I'm Adam. Nice to meet you.
My Twitter bio:
Metrics Lead at The Mozilla Foundation. Previously at WWF. Test, tinker, and question the answers.
So you have a page, or a system, or a form or an app or anything, and you know you want to make it ‘better’. And the question is… Should we use User Testing or A/B Testing? TL;DR: Both can be valuable, and you can do both. So long as you have an underlying indicator of the ‘better’ that you can track over the long-term. A/B Testing A/B testing is good because: It shows you ‘for real’, at scale, what actually prompts your users to do the things you most want them to do It can further polish processes that have been through thorough user testing; to a degree that’s just not possible with a small group of people It can self-optimize content in real-time to maximize the impact of short spikes of campaign activity A/B testing is bad because: … Continue reading
As I’m halfway into the following week I’m writing these notes quickly rather than losing them completely. I apologize in advance Week 5 was spent in Toronto with the Webmaker team and it will be hard for a quick write-up to do this week justice. I got to hack and hang-out with about half of the total Mozilla Foundation staff, which is hugely valuable four weeks into a job where you mostly work remotely. IRC handles turned into real people, and the people turned out to be very special. So first, thanks to this amazing team for welcoming me so kindly. I think we crammed a year’s worth of social activity into a week’s worth of evenings and across the whole week, I almost got a whole night’s worth of sleep. There’s a test that goes something along the lines … Continue reading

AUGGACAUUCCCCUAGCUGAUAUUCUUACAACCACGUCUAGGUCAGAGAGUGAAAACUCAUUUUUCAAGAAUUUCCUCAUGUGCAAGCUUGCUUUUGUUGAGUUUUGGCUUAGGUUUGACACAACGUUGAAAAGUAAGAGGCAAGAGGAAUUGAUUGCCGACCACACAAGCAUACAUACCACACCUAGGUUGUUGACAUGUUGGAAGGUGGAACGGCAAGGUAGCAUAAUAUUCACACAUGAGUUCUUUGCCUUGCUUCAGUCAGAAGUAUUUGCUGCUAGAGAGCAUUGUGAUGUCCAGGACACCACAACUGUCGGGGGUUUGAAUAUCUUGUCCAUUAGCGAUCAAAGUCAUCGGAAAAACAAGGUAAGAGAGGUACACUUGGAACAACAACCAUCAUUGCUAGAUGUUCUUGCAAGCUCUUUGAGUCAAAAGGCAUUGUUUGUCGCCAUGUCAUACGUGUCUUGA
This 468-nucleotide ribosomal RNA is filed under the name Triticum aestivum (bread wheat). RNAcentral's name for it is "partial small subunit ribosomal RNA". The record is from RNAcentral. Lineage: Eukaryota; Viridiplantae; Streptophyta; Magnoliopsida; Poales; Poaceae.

A few weeks ago I received a marketing email from the Engaging Networks team quoting some stats about the possible improvements to website conversion rates that can be achieved with A/B testing. I was caught off guard (but pretty chuffed) when I realised I was being quoted my own case study from a presentation I had given a couple of years earlier. I sent a quick reply to the email and was delighted to find it was sent from a real address with a real person at the other end reading the replies (@Rachel_shares). This turned into a nice discussion about conversion rate testing, and somehow I agreed to write a guest blog post. Which, with some helpful editing from Rachel has now been posted on the Engaging Networks blog. I thought I should share the link with all two … Continue reading
Link: Five Second Tests A nice way to find out people’s actual first impression of your web page or design. It’s a good idea to to register for a free account and complete some tests for others, even if it’s just to help you think about your own page designs.